Marriage Traditions in Tihama [Archives:1999/24/Culture]

June 14 1999

#3 of a Series: 
Marriage traditions in Yemen are more or less the same in their general outlines. However, they differ from place to place in their specific details, especially in the wedding ceremonial rituals. 
Hodeidah governorate, geographically known as Tihama or the hot region, has a number of marriage traditions and rituals of its own. So let us take a look at these rituals and traditions in the Tihama region. 
Like many places in Yemen in the past, marriage was more a family affair than an individual issue. In fact, this is still the case in many rural places even in our present time. The question when to marry or who to marry are still decided by the family in general and more specifically by the father and then the mother of the young couple. In Tihama area, the topic of this survey, this old tradition is still in vogue, especially in rural areas. Here the bride is entirely chosen by the father or the mother of the bridegroom but before that the search for a bride usually takes time and passes through the following phases: 
Acquaintance Phase 
When the father sees that his son has become marriageable, he starts the search for a suitable wife for his son. When the father, and in some cases the mother, decides on a particular family they start to get acquainted with the girl’s family, if this family is not known to the boy’s family. The most important question the boy’s family would ask is about the girl’s family’s place in society. Does the girl hail from a respectable family? Does the family keep a clean ancestral record? etc. Sometimes this process could take a long time and it is often the father and not the son who should be satisfied with the girl’s family. Once satisfied, the father would ask someone in the village or the town to act as a go-between or mediator between the two families. This is called in Tihama “Almansoub,” who would go to the girl’s family and inform them of the boy’s family’s wish to propose that their daughter marry the son. 
It is an established tradition that the girl’s father receives Almansoub cordially and after hearing him out he would ask him politely to come back after two days to get their final answer. Here the girl’s family would start asking about the boy’s family, especially their social and financial situations. If everything turns well they would give their okay to Almansoub when he comes back at the appointed time. Then he will communicate the good news to the boy’s father, who pays a visit to his son’s future father in law. The two sides will begin discussing the financial questions in regard to what’s known in Muslim countries as the dowry, better known in Arabic as Al-Maher Wa Al-Shart. Unlike in the old days, many fathers often ask too much from the boy’s father and that’s why many marriageable girls are not wedded yet, due to the greed of their fathers.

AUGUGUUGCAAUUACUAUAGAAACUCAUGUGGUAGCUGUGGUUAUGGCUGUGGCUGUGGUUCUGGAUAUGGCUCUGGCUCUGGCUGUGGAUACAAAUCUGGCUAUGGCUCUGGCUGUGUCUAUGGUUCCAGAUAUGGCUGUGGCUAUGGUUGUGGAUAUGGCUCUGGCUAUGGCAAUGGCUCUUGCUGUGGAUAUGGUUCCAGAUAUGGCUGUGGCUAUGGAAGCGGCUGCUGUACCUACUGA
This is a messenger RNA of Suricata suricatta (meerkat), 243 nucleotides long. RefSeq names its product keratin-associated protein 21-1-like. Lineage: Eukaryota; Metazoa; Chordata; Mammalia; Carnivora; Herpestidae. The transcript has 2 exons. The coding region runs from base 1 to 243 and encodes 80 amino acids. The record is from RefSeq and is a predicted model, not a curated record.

Preparations for Marriage 
However, when the two families conclude the question of Almaher Wa Alshart and also the costs related to the wedding day, then serious preparations for marriage begin. First of all, the religious clerk responsible for writing down the Marriage Bond, known in Arabic as “Al-Ma’dhoon” has to be invited to do his job. The writing of the marriage bond is usually a happy occasion. It takes place at the house of the girl’s father and the day of the wedding party is fixed at this occasion. Women raise shrill voices of joy and happiness cheering the girl on her happy day. 
Then invitations are sent to family members, neighbors and friends to attend the wedding party. For this purpose a vast tent is erected outside the house of the bride to accommodate the guests and the people invited for the wedding day. In other places like Sanaa the wedding day is celebrated inside houses, either the family’s, relatives or inside a house rented for such occasions. In Tihama they call this tent Makhdarah, and it is made out of wood and straw and decorated with colorful lights. In the Makhdara, guests are received and offered full dishes of different foods, especially meat dishes. 
The host’s prestige in this occasion depends very much on the number of heads of cattle he slaughters and the quality of the guests invited. Beds made of wood and straw mats are scattered all over Makhdarah and provide comfortable seats for the gathering of qat chewers. Local singers or chanters known in the Tihama as Munshideen are always present on such occasions to enliven and cheer the wedding party with their lovely Tihami songs. They are escorted by Al-Kassabeen or flute players and drummers. Moved by this beautiful musical show, some people, especially the young, would jump up to their feet and start performing original Tihami dances characterized with a swift and breath-taking bodily motions. 
If the bridegroom company is socially important they usually receive new guests with spray of machine gun fire into the air. The afternoon qat chewing gathering lasts till after midnight when the wedding procession or Al-Zaffah begins. This procession is a real carnival of music, dancing, chants and cheering cries. This procession stops at the house of the bride, who is by now prepared to be taken away. In Tihama, the means of taking the bride away is very peculiar and completely Tihami. A camel is kept for this occasion, to carry the bride to her future and eternal abode. 
By- Saleh Abdulbaqi 
Yemen Times